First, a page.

In 1975 Dog Day Afternoon is released. The director Sidney Lumet thought of casting a nineteen-year-old as Pacino’s partner in the bank robbery. Pacino himself convinced Lumet to do an audition with 40-year-old Cazale, who easily passed it.
Compared to The Godfather, in this movie the roles are almost reversed. Pacino’s character is calmer, rational, under control. While Cazale is nervous, intense, sometimes grotesque, always about to snap. Lumet remembers the sensation of personal obscurity and sadness transmitted by Cazale’s face. That’s where his complexity was, putting tragic in comedy and vice-versa.
One of the funniest, actually tragicomic scene, stems from an improvisation. Pacino asks his partner where he would like to escape, as they’ll have to leave the United States and never come back. Cazale answers with a disarming and imperturbable “Wyoming”.
In the meanwhile, John Cazale had started a relationship with another great colleague, Meryl Streep. “John wasn’t like anybody else”, she remembers him and his, “humanity, curiosity about people, compassion. He took his time, and sometimes this drove people nuts!”. But without this obsessive care for details, he wouldn’t be the great man and actor he became.
If Meryl Streep, with all her experience and skill, was more “glib, ready to pick the first idea that came to me”. John repeated her that there were lot of other possibilities, “That was a real lesson. I really took that to heart”.
Cancer and The Deer Hunter
John was a heavy smoker and that lead to lung cancer. John faced it with strength and bravery, he wanted to keep acting. There were good signs, plus, as the colleagues said, he never looked so healthy, maybe he wasn’t that sick.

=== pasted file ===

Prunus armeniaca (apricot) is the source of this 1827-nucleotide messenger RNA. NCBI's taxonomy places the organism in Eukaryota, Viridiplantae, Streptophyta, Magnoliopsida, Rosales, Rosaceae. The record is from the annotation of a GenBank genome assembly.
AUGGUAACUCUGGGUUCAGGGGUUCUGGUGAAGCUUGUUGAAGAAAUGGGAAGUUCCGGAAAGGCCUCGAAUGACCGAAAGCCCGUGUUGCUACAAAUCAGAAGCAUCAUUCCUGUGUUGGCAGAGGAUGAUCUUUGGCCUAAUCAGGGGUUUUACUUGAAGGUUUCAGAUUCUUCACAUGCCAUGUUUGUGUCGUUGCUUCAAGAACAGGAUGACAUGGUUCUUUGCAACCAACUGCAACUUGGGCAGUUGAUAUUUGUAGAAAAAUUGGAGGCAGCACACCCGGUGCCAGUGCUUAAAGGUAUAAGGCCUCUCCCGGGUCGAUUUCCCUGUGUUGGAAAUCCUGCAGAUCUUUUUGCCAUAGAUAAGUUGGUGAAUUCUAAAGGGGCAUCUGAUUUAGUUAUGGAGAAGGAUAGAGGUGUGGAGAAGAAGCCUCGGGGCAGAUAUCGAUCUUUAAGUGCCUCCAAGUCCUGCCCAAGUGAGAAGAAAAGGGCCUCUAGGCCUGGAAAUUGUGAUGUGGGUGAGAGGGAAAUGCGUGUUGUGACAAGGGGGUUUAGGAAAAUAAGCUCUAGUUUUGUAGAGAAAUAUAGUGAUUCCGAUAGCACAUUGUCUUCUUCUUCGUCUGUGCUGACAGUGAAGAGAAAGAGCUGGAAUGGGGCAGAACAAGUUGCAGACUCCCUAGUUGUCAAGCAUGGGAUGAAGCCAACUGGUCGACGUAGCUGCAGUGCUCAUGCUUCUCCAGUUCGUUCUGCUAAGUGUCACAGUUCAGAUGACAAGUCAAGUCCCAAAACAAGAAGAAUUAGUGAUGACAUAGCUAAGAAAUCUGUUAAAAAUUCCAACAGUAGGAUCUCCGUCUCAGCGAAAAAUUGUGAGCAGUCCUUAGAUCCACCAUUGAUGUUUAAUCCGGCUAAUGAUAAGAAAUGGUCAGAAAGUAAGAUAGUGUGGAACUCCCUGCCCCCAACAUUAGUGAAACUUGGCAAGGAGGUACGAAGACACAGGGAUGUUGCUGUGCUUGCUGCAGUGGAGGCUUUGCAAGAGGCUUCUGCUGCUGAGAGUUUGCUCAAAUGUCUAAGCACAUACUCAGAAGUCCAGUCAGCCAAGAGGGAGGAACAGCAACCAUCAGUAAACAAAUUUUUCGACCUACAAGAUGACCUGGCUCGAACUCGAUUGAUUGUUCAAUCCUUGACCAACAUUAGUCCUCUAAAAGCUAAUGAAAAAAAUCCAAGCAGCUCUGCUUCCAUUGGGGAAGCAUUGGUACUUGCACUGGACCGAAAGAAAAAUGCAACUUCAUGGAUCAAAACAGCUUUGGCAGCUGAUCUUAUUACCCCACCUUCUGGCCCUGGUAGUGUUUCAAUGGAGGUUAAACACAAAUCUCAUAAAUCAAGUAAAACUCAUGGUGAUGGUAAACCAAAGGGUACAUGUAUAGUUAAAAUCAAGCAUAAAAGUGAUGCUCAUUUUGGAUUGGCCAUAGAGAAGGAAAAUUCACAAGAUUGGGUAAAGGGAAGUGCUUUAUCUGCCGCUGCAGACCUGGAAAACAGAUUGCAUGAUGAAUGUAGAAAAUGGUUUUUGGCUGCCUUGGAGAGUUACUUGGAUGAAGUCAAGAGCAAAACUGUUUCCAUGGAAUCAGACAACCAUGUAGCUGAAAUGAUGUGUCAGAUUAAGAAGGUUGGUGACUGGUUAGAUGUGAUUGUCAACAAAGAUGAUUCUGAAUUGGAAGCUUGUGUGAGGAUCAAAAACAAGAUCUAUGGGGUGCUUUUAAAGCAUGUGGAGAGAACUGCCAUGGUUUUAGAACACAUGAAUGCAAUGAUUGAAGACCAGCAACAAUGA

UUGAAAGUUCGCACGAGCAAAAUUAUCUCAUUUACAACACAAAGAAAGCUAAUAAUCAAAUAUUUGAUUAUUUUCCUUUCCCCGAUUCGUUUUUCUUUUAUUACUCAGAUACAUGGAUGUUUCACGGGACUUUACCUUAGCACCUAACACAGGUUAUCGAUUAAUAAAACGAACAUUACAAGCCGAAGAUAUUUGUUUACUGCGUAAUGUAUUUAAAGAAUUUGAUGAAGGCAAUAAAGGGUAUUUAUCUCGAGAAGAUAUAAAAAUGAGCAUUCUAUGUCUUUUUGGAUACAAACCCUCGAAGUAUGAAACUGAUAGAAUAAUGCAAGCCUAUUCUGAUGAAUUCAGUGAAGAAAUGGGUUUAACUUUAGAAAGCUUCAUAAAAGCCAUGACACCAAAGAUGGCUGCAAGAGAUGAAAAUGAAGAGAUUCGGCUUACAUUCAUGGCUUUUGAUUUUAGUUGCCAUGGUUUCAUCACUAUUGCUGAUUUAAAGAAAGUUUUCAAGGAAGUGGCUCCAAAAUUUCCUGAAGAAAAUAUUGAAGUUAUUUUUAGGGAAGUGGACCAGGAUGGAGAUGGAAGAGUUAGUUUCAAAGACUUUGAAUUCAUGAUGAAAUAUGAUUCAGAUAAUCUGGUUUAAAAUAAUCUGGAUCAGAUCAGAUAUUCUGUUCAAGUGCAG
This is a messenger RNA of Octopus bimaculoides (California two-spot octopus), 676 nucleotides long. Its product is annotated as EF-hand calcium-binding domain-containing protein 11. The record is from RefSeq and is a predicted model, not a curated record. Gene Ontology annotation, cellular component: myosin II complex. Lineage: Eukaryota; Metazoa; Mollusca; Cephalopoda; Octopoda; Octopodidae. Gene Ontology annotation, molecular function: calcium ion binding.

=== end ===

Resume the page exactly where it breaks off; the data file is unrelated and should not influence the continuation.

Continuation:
Michael Cimino was starting to shoot The Deer Hunter and, as John Cazale is in the cast, the producers need to decide what to do. What if he dies in the middle of the shooting? There were contracts, penalties, clauses, terms, maybe the need to find a replacement.
Cimino and Robert De Niro aren’t willing to negotiate. John stays – maybe his scenes will be shot first – or they will all leave. Meryl Streep even suspected that De Niro economically contributed to the realization of the movie, but he never admitted it, because he is “very generous”.
Death and legacy
Unfortunately, John Cazale died before The Deer Hunter was ready and distributed. It was just his fifth movie, nominated for an Academy Award like the others.
“Certain actors maybe push it too much, they’re over the top or under, or don’t know what they’re doing”, De Niro said. “I never felt that with John. There was no forced kind of acting, so you could relate and interact in a very solid way”.
Israel Horovitz, his first theater director, dedicated a touching eulogy to John Cazale.
“John Cazale happens once in a lifetime. He was an invention, a small perfection. It’s no wonder his friends feel such anger upon waking from their sleep to discover that Cazale sleeps on with kings and counsellors […].
John Cazale’s body betrayed him. His spirit will not. His whole life plays and replays as film, in our picture houses, in our dreams. He leaves us, his loving audience, a memory of his great calm, his quiet waiting, his love of high music, his love of low jokes, the absurd edge of the forest that was his hairline, the slice of watermelon that was his smile. He is unforgottable”.